One of the datasets supporting the conclusions of this article is available in the National Center for Biotechnology Information repository, under the project accession number PRJNA789459 and can be accessed via https://www.ncbi.nlm.nih.gov/bioproject/PRJNA789459 . The other datasets supporting the conclusions of this article are included within the article as Additional File 1.
Worobey M, Pekar J, Larsen BB, Nelson MI, Hill V, Joy JB, et al. The emergence of SARS-CoV-2 in Europe and North America. Science. 2020;370:564–70.
Davidson AD, Williamson MK, Lewis S, Shoemark D, Carroll MW, Heesom KJ, et al. Characterisation of the transcriptome and proteome of SARS-CoV-2 reveals a cell passage induced in-frame deletion of the furin-like cleavage site from the spike glycoprotein. Genome Med. 2020;12:68.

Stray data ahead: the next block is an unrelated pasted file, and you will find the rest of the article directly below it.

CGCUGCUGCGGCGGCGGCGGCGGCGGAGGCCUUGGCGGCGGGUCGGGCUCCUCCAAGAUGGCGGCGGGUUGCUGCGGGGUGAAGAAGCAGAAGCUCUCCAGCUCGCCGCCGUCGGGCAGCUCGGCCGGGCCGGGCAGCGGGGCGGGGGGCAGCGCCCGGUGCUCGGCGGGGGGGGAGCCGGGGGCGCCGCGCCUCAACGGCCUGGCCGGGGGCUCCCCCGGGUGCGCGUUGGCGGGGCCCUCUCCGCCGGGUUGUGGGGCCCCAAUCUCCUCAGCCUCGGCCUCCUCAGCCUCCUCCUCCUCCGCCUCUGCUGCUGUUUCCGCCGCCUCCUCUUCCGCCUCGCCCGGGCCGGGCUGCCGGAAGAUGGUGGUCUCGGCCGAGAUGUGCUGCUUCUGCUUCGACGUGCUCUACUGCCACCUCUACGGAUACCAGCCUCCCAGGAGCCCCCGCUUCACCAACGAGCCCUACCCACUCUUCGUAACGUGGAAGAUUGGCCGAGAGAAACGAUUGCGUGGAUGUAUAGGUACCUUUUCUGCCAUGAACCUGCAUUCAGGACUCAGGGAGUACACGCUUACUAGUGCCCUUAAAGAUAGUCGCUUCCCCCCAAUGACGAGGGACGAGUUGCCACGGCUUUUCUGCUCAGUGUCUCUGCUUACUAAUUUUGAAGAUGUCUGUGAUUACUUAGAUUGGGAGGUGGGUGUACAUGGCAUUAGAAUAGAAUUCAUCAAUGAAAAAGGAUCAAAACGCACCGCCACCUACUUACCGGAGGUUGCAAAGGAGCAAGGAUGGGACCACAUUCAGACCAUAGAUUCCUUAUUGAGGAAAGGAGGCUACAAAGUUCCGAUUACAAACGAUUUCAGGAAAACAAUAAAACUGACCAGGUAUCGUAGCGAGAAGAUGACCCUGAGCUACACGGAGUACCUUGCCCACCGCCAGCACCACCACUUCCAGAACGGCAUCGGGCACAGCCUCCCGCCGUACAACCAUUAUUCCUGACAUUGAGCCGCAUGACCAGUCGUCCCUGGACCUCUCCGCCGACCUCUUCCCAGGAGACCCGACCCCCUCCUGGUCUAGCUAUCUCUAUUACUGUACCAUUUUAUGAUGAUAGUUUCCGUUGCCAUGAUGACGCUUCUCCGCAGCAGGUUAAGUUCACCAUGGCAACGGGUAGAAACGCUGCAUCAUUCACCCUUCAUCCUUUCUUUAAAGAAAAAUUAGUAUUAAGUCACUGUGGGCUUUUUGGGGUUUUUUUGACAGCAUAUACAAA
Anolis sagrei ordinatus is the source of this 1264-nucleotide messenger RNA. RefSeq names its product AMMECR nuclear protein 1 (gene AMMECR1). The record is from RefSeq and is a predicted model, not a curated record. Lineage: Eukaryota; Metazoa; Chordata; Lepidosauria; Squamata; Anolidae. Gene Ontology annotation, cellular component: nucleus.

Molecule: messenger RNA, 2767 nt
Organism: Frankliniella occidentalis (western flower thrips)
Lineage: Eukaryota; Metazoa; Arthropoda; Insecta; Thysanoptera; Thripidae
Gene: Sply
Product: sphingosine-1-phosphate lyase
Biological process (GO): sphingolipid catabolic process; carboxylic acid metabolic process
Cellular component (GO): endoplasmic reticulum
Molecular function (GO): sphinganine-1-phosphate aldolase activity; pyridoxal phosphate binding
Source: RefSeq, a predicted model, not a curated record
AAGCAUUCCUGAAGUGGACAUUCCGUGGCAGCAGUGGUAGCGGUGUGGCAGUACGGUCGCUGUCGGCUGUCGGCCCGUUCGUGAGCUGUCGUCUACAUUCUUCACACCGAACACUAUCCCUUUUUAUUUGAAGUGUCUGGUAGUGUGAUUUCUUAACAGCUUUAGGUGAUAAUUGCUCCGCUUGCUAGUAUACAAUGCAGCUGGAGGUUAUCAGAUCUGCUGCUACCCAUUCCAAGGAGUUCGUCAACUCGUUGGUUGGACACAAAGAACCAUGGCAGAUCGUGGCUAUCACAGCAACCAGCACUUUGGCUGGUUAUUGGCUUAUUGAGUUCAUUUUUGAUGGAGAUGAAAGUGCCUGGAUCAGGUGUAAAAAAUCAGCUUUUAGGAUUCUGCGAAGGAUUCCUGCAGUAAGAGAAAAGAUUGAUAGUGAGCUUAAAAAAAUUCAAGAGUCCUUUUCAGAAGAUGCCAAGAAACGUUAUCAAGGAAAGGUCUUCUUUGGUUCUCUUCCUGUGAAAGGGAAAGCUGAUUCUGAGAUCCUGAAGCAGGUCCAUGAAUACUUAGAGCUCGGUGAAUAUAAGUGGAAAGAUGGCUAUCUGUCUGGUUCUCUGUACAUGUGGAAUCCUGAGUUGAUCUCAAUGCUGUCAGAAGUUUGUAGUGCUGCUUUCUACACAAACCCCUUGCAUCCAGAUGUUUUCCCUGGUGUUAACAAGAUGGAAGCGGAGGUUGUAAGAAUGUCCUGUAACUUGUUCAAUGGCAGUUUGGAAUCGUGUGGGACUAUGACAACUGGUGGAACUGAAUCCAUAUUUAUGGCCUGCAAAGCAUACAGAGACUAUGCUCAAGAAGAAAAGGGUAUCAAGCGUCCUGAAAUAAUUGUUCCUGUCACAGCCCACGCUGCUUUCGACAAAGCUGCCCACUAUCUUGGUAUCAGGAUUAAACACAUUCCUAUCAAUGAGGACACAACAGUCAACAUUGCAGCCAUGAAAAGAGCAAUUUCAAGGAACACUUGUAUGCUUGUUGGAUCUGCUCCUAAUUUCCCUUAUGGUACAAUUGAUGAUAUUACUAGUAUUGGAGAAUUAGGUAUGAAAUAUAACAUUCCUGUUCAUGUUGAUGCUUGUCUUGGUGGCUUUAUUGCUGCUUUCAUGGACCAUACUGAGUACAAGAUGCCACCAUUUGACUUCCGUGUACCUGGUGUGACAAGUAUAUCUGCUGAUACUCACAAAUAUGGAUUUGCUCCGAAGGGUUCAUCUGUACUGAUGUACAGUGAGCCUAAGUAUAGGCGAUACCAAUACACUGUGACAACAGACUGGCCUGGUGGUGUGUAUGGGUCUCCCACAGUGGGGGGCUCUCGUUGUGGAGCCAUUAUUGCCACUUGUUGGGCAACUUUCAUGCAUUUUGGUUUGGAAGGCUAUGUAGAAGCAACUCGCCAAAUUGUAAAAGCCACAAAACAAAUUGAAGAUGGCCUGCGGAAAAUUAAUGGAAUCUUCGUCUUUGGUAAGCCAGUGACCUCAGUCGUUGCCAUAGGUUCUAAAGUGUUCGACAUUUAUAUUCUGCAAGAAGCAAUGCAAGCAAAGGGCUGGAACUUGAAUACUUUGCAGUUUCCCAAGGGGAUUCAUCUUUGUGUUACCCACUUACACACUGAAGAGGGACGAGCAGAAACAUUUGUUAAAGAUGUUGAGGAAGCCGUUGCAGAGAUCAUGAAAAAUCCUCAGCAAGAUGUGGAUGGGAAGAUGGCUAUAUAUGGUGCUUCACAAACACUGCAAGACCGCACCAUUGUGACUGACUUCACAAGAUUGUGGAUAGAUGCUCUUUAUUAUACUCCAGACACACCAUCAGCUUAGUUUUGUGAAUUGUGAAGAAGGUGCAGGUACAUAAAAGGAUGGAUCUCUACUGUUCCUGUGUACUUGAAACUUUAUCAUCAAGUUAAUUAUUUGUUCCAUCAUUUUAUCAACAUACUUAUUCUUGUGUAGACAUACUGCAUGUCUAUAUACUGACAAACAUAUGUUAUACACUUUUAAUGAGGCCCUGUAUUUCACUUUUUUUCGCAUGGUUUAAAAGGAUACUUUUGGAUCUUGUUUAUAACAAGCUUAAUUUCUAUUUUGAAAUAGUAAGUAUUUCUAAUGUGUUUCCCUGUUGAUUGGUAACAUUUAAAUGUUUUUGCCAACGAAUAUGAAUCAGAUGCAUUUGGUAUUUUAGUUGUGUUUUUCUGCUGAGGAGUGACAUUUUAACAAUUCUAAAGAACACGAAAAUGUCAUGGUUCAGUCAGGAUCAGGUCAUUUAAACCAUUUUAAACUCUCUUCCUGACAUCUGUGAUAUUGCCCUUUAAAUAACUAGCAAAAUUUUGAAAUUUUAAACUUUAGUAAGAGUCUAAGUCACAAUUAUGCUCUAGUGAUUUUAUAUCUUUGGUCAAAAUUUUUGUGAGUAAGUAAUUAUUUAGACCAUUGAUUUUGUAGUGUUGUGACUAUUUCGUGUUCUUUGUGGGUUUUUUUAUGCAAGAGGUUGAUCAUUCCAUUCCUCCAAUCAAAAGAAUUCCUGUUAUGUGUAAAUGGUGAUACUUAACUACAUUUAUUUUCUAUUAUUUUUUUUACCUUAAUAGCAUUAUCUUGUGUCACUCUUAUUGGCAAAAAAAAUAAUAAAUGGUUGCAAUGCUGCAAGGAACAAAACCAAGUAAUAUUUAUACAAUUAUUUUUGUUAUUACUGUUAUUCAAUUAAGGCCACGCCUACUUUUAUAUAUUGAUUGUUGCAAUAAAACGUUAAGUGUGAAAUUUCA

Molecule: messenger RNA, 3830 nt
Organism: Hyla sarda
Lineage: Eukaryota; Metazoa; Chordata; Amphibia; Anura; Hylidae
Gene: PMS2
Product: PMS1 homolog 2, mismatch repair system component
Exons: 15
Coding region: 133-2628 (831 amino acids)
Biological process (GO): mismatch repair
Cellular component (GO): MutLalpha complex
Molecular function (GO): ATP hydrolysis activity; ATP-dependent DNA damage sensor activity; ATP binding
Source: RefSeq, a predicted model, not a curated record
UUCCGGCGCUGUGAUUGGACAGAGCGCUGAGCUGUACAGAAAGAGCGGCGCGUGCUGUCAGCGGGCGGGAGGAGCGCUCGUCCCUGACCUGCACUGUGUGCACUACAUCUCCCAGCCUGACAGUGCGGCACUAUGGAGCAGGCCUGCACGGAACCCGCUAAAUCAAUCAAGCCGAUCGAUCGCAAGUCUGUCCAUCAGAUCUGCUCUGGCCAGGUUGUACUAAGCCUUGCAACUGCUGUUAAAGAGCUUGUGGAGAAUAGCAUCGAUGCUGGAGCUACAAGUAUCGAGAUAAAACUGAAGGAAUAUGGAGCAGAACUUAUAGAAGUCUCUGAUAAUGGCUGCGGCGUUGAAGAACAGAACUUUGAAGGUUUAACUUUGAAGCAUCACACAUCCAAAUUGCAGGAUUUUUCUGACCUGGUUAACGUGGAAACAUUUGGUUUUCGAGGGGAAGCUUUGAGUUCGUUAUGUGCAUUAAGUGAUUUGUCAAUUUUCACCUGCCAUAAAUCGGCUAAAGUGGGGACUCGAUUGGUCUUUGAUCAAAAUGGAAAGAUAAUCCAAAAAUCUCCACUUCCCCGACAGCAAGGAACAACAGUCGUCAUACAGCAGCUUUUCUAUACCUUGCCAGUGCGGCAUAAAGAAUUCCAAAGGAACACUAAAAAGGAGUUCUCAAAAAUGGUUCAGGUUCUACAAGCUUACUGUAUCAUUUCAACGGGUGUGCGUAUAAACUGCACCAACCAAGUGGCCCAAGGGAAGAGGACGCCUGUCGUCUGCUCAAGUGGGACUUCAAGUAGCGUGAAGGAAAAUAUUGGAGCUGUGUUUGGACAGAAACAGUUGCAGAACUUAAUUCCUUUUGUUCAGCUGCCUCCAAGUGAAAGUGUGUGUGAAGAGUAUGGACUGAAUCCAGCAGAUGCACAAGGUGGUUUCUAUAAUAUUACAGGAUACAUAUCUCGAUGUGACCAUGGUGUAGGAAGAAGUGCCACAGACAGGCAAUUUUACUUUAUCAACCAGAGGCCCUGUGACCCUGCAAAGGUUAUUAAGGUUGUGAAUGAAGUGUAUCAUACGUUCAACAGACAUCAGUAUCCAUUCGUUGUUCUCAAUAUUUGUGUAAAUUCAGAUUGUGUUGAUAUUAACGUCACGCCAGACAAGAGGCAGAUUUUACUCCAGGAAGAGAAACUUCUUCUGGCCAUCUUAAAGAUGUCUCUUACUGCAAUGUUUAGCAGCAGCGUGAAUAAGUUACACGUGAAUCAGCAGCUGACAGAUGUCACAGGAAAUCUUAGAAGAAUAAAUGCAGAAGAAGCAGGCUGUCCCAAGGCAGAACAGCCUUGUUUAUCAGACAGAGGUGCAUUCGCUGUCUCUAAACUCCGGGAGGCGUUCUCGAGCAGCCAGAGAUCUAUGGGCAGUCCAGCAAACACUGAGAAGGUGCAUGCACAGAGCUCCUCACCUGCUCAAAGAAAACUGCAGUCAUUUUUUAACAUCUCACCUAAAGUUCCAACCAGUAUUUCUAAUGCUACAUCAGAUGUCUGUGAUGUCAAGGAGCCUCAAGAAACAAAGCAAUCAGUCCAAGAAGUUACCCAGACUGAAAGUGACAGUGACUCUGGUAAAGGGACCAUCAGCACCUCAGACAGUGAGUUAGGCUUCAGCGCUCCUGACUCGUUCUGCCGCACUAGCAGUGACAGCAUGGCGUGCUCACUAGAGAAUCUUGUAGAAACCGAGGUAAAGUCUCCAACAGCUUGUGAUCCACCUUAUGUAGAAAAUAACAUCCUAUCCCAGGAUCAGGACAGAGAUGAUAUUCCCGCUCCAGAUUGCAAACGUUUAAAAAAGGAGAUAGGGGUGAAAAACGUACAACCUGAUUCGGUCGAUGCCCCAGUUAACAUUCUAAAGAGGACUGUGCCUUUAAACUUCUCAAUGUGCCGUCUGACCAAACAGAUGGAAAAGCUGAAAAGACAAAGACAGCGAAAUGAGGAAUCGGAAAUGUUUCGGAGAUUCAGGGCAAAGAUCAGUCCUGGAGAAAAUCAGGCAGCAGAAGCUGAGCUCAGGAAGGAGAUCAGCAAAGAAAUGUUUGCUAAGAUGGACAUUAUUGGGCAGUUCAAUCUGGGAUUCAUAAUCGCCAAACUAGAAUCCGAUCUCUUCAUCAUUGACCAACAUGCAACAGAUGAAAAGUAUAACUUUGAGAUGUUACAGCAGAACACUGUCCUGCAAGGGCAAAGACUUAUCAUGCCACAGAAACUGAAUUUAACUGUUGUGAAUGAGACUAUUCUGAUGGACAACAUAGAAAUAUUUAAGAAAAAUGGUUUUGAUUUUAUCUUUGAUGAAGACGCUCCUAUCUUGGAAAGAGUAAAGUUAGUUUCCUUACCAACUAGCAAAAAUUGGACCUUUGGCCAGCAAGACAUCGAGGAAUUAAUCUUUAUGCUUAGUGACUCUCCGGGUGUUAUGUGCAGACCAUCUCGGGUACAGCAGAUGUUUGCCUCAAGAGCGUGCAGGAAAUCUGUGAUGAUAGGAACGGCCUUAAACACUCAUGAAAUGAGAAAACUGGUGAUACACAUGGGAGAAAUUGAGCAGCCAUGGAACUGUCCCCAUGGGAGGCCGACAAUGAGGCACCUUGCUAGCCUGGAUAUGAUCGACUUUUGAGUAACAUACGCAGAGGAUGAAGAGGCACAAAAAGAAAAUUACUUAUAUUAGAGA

Young BE, Fong SW, Chan YH, Mak TM, Ang LW, Anderson DE, et al. Effects of a major deletion in the SARS-CoV-2 genome on the severity of infection and the inflammatory response: an observational cohort study. Lancet. 2020;396:603–11.
Hou YJ, Chiba S, Halfmann P, Ehre C, Kuroda M, Dinnon KH 3rd, et al. SARS-CoV-2 D614G variant exhibits efficient replication ex vivo and transmission in vivo. Science. 2020;370(6523):1464–8.
Yang HC, Chen CH, Wang JH, Liao HC, Yang CT, Chen CW, et al. Analysis of genomic distributions of SARS-CoV-2 reveals a dominant strain type with strong allelic associations. Proc Natl Acad Sci U S A. 2020;17(48):30679–86.
Simmonds P. Rampant C-->U hypermutation in the genomes of SARS-CoV-2 and other coronaviruses: causes and consequences for their short- and long-term evolutionary trajectories. mSphere. 2020;5(3):e00408–00420.